Book Review: Reel Culture: 50 Classic Movies You Should Know About (So You Can Impress Your Friends) by Mimi O’Connor

Reel Culture: 50 Classic Movies You Should Know About (So You Can Impress Your Friends) by Mimi O’Connor is an interesting primer for budding film buffs. The 50 films chosen are not obscure in any way, and have definitely stood the test of time. As the author puts it in her foreward: “Classic film references seep into pop culture in ways that many people are not aware of. Once you come to know these films, you will be amazed at how many jokes and references you will suddenly get.”

Reel Culture is published by Zest Books, who have carved out a neat little niche in the teen market. But Reel Culture is not strictly for teens, I found plenty of interesting items in the book. The 50 films chosen span the years 1938-1991. I like the fact that Mimi stopped 21 years ago, because as she puts it, “Later movies are not ‘classics’ – yet.” Good call.

The first entry surprised me a bit, it is the 1938 Cary Grant – Katherine Hepburn “screwball” comedy, Bringing Up Baby. The final choice has unquestionably reached “classic” status, The Silence of the Lambs (1991). So we have a 53-year parameter, and it is pretty hard to argue with the movies picked. Of course, this book could have easily been expanded to 100, or even 200 – but the author keeps it light on purpose.

Most of these are pretty obvious picks. Remember, the premise is not necessarily box-office hits, but films which (for various reasons) are considered classics. So the inclusion of The Wizard of Oz (1939) Citizen Kane (1941), Easy Rider (1969), The Godfather (1972) and Apocalypse Now (1979) come as no surprise.

What I found most intriguing are the not-so obvious choices. A few of these are Rear Window (1954), Planet of the Apes (1968), Willy Wonka and the Chocolate Factory (1971), and Airplane! (1980). Not that I disagree with any of these choices, mind you. I applaud the inclusion of Hitchcock, whose Psycho (1960) is also discussed.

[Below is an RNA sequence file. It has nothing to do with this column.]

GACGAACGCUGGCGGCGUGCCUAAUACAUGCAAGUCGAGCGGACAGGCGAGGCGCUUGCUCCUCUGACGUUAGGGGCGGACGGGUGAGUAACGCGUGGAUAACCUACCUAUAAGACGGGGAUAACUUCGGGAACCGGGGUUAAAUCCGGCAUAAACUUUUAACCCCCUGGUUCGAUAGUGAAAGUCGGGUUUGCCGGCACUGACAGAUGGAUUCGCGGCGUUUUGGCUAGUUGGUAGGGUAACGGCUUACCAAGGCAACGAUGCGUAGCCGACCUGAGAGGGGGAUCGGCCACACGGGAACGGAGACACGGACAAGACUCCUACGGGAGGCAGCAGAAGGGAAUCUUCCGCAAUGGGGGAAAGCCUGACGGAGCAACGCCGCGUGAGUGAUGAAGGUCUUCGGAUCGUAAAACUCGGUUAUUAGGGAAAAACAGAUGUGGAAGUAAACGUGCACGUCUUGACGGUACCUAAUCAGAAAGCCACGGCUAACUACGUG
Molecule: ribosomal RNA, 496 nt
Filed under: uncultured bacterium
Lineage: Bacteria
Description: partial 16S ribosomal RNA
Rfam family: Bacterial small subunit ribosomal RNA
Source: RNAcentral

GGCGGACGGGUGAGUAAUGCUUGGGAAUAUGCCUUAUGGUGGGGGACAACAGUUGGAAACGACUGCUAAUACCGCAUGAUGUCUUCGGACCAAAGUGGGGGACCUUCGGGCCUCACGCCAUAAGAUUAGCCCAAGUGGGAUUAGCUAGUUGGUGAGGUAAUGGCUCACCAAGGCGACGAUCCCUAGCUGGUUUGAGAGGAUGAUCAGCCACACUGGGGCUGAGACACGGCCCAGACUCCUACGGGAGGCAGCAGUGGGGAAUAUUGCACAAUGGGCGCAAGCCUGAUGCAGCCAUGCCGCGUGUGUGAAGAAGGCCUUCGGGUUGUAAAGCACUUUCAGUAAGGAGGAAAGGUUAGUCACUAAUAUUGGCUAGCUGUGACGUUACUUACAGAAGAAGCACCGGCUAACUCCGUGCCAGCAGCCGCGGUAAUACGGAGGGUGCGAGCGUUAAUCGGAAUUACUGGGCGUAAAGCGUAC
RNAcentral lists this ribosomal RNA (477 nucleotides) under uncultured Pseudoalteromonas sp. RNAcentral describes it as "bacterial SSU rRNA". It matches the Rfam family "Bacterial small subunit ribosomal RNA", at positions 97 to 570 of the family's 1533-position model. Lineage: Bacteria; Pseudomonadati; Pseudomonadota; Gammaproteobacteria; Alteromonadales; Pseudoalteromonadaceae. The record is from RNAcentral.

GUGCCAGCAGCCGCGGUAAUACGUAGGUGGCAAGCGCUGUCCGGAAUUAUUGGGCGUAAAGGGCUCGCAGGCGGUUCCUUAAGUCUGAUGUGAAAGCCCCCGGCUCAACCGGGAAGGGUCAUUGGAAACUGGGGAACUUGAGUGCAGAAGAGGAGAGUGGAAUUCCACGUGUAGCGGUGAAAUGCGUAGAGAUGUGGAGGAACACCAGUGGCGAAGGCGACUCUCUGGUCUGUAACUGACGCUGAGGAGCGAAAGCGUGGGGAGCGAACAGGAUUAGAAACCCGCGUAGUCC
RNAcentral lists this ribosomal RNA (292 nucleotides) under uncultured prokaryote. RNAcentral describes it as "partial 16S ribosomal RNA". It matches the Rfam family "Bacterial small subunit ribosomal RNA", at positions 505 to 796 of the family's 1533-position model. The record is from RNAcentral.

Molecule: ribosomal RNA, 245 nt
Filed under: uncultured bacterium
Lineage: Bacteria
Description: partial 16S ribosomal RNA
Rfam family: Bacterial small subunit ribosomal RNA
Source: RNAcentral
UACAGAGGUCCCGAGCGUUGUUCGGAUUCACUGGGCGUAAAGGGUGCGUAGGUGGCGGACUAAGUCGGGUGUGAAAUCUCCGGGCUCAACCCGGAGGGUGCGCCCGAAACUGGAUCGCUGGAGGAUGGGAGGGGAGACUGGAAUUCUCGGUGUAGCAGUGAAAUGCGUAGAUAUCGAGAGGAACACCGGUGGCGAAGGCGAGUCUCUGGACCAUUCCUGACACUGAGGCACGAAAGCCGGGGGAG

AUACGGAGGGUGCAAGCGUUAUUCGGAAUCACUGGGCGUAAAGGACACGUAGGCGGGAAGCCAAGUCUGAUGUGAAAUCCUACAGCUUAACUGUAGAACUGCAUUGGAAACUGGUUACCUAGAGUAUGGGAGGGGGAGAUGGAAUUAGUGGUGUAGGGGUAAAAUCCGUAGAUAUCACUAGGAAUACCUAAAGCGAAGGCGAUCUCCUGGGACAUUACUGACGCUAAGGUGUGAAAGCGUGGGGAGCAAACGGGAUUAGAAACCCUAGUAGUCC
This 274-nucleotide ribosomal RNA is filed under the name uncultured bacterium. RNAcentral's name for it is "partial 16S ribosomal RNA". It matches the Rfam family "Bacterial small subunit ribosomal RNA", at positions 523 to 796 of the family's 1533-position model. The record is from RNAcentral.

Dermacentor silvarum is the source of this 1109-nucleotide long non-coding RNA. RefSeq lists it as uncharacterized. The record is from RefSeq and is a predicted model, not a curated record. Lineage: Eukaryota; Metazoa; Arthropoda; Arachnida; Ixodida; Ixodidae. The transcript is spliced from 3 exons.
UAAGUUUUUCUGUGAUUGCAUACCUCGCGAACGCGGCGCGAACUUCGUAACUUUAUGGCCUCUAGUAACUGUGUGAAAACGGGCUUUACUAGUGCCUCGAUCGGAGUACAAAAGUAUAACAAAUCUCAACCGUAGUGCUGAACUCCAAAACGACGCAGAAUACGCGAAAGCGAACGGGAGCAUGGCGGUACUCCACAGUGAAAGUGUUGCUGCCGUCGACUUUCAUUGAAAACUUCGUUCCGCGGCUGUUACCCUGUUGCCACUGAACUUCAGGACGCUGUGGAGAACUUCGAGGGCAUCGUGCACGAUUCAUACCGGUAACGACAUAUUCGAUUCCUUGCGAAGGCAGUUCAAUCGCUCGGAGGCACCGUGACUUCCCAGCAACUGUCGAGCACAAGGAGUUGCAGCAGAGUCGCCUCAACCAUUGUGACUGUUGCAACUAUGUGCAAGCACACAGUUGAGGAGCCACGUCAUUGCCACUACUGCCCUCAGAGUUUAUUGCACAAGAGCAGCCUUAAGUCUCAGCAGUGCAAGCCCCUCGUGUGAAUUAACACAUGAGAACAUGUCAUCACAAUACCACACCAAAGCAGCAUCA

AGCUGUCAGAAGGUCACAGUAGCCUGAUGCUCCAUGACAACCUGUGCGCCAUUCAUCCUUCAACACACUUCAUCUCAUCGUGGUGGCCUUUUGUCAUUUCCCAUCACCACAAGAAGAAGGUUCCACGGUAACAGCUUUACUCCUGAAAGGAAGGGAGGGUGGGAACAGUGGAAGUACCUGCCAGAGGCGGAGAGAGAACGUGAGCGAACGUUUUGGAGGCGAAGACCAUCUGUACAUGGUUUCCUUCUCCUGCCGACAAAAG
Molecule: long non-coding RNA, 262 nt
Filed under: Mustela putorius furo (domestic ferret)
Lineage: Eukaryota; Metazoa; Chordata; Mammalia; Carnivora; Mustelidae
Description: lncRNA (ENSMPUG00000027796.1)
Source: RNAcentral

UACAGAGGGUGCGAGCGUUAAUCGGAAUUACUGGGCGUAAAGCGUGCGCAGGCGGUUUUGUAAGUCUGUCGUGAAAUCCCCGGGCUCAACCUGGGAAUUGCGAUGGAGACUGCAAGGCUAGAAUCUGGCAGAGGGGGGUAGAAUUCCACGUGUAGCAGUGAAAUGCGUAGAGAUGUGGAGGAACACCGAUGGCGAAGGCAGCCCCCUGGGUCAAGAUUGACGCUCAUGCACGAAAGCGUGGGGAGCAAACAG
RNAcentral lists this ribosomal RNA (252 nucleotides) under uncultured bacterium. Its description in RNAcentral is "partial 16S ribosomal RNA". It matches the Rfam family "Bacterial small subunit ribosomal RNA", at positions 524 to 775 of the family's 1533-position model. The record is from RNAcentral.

I was especially pleased to see the original Gene Wilder Willy Wonka here. In my family, that movie was considered every bit the equal of The Wizard of Oz. One of the funniest quirks of my now 23 year-old daughter has towards it is the fact that she absolutely refuses (still) to watch the Tim Burton version, Charlie and the Chocolate Factory (2005). She was incensed that they would even consider remaking the picture.

Reel Culture follows a fairly simple format. Each movie is given about three pages. Let’s use Stanley Kubrick’s A Clockwork Orange (1971) as an example. On the first page, O’Connor lays out the basic plotline, with sidebars as to who stars in it, and more by the director. By the way, Kubrick is well-represented in Reel Culture, as both 2001: A Space Odyssey (1968) and The Shining (1980) are also included.

The second page is titled “Why All the Fuss?” In the case of Clockwork, there are seven bullet points, the first of which is “It is a really sinister mix of violent realism, and bizarre sci-fi futuristic fable.” The third page also has a title, “The Stuff People Still Talk About.” There are four main points O’Connor has about Clockwork, including the clothing, the murder scene with the ceramic penis, Alex’s rehabilitation, and Alex’s love of Beethoven. There is also a box with quickie facts about the movie, such as whether or not it was nominated (or won) any Academy Awards.

Even as a bit of a film-buff myself, I was unaware of what William Friedkin said at the 1972 Awards ceremony. His French Connection won Best Picture that year, and in his acceptance speech he praised Kubrick as the best director of the year. Pretty cool. There are also representative stills from the movies in question, and a couple of classic quotes.

Basically, all 50 films follow this format. It makes for a quickie read, with some fun facts one may or may not have been previously aware of. If nothing else, Reel Culture is a fine place for younger film fans to begin getting to know the long and storied history of the medium.

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Greg Barbrick

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